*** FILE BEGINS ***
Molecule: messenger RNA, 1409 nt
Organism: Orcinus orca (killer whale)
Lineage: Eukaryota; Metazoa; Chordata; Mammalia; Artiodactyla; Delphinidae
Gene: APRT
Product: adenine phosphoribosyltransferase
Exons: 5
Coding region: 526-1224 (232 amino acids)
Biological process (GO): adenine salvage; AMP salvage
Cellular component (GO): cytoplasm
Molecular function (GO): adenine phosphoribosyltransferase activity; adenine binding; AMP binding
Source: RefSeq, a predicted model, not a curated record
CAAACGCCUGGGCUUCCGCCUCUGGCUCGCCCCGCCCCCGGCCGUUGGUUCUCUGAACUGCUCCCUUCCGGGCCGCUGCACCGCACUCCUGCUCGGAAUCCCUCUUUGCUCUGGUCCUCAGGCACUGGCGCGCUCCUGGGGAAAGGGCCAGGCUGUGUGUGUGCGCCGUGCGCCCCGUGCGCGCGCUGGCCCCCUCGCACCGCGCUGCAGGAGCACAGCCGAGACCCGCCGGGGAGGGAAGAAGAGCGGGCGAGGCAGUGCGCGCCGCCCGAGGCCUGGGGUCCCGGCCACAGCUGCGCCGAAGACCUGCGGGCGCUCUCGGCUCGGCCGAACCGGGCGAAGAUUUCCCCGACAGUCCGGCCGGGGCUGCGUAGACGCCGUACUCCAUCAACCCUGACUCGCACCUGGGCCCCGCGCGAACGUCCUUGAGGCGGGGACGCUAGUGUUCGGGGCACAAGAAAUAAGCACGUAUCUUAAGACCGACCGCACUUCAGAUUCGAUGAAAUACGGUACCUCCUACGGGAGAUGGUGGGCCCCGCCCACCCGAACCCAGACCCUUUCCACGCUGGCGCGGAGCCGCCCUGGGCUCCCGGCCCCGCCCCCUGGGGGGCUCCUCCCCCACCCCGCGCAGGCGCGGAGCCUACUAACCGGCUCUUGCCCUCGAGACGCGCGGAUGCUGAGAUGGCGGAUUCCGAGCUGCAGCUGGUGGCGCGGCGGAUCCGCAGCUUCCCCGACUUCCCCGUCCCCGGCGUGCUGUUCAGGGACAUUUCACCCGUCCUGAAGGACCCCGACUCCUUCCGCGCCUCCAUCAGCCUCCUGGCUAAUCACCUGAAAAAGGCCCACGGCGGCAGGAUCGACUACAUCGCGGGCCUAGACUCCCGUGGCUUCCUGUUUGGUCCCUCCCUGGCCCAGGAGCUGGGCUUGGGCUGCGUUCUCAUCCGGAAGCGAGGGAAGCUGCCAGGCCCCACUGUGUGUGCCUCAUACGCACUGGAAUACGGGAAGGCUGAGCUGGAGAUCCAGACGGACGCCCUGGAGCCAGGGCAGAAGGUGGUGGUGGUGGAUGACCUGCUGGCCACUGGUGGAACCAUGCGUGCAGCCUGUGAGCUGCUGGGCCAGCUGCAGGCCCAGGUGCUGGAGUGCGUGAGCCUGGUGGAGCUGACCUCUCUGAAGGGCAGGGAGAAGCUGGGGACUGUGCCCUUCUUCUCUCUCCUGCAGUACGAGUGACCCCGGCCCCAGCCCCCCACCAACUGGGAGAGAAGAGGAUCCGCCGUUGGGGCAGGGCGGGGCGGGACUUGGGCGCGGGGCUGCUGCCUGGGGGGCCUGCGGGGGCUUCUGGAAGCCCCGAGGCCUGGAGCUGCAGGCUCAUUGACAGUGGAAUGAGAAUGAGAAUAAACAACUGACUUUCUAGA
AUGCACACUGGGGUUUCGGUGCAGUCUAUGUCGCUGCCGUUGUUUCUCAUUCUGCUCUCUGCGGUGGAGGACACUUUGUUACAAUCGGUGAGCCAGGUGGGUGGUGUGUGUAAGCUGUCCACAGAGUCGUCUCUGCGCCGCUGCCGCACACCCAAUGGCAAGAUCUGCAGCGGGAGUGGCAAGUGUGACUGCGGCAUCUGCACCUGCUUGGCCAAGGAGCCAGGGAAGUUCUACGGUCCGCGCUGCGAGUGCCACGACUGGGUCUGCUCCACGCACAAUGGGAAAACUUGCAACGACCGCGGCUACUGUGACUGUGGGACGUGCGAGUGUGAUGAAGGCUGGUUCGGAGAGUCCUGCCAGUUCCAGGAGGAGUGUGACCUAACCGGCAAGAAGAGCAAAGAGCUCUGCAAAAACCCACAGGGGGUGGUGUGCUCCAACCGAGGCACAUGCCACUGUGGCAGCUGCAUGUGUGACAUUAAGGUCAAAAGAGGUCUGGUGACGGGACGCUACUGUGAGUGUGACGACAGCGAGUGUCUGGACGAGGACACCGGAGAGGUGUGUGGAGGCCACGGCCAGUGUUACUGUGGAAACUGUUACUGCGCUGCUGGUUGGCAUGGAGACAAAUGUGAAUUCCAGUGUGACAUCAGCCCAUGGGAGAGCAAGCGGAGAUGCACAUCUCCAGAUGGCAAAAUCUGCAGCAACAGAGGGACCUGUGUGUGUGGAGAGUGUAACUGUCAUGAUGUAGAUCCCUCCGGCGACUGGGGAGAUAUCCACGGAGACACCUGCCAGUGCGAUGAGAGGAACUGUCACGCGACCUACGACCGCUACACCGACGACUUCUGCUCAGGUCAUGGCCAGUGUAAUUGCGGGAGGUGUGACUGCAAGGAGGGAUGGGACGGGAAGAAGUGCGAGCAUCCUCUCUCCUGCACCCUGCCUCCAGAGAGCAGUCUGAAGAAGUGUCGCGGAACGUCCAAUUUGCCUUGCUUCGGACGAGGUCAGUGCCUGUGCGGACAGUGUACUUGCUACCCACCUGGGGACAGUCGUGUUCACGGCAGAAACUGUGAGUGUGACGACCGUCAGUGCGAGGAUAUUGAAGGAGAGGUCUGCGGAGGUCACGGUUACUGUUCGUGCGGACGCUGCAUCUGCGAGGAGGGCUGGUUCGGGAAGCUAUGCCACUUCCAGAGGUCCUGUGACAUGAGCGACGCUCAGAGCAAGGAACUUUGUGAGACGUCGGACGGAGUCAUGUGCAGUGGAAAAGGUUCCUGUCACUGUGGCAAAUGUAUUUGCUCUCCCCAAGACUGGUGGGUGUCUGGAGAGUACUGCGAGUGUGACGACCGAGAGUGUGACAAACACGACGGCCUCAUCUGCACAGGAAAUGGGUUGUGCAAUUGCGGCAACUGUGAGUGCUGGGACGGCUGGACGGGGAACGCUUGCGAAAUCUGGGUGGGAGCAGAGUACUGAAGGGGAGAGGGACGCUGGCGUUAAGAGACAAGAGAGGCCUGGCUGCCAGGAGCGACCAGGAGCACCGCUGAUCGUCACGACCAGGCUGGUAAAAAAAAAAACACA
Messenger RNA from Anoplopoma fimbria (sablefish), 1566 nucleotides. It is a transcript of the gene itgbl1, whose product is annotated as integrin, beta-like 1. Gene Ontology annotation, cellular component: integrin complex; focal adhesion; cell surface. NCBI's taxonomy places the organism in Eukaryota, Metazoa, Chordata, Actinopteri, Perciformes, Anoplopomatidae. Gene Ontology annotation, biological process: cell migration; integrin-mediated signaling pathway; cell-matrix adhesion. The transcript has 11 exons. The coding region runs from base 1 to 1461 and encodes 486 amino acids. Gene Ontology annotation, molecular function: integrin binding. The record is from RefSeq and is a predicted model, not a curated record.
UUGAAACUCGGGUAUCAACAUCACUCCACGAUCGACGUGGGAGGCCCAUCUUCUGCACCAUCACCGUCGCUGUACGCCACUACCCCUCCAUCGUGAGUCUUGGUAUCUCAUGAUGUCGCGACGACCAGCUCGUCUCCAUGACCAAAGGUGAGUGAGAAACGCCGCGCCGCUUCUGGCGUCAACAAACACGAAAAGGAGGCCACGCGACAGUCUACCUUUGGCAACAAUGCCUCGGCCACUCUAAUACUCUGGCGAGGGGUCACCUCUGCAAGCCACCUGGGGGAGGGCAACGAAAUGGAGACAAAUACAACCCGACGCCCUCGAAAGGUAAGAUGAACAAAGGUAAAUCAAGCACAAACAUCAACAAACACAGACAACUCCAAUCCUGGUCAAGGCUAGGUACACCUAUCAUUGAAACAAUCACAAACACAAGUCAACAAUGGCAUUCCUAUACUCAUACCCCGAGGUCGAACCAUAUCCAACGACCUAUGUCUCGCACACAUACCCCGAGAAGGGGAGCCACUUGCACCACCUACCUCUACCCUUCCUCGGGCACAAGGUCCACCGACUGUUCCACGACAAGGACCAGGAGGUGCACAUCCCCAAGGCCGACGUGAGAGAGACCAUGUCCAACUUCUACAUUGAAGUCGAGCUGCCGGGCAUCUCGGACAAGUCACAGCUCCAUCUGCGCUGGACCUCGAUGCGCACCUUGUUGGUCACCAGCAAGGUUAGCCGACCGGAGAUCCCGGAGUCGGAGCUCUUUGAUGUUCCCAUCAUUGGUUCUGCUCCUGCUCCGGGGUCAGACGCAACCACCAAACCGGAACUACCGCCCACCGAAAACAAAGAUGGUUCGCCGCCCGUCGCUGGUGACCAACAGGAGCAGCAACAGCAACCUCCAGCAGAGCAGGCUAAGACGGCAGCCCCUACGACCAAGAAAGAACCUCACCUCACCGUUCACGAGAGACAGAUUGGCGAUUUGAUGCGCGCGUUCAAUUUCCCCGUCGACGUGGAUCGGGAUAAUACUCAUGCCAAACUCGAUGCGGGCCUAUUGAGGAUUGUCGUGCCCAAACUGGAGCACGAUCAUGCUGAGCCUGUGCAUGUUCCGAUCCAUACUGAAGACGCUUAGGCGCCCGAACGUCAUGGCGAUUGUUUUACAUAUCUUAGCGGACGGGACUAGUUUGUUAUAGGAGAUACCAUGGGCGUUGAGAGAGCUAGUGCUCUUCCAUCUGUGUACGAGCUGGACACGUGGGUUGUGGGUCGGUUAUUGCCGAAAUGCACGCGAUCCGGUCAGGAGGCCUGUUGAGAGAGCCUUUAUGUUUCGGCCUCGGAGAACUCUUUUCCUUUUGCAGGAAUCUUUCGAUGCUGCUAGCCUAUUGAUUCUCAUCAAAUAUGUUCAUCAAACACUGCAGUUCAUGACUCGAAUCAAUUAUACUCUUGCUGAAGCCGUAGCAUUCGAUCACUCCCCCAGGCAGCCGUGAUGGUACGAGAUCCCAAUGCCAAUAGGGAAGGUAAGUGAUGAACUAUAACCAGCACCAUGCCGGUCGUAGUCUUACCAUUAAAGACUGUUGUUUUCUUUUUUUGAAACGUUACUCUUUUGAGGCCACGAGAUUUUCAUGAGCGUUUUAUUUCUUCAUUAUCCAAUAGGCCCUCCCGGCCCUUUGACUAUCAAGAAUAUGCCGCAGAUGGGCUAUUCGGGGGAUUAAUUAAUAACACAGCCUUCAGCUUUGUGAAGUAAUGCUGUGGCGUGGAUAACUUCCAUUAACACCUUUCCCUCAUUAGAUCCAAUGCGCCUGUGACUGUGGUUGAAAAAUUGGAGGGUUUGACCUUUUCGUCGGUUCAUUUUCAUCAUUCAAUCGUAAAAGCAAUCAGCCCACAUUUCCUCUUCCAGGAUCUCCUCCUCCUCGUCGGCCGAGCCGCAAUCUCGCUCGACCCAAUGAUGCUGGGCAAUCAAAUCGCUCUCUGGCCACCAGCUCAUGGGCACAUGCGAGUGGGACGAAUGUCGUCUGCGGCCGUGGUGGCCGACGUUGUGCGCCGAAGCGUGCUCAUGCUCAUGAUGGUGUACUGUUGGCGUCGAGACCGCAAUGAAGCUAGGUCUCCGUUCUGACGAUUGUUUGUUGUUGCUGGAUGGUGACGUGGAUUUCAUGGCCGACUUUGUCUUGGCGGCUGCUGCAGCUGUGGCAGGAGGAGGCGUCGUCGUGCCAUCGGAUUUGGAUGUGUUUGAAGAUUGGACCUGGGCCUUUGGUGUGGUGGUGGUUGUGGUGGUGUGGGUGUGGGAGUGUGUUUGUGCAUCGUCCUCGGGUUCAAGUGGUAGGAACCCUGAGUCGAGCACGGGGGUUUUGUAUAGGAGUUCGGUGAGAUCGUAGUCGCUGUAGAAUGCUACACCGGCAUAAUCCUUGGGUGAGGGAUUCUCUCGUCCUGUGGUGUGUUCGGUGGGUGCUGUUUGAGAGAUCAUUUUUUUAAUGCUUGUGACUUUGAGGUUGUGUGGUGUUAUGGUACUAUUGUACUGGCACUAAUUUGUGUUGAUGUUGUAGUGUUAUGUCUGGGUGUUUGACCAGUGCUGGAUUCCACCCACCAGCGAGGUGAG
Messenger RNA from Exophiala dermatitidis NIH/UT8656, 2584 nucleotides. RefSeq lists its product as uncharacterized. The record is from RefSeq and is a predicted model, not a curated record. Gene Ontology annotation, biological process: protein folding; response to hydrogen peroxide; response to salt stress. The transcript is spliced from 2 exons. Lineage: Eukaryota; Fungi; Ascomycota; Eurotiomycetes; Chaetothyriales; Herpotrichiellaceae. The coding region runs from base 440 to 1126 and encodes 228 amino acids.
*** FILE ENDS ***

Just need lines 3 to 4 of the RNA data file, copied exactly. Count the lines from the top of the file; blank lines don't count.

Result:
Lineage: Eukaryota; Metazoa; Chordata; Mammalia; Artiodactyla; Delphinidae
Gene: APRT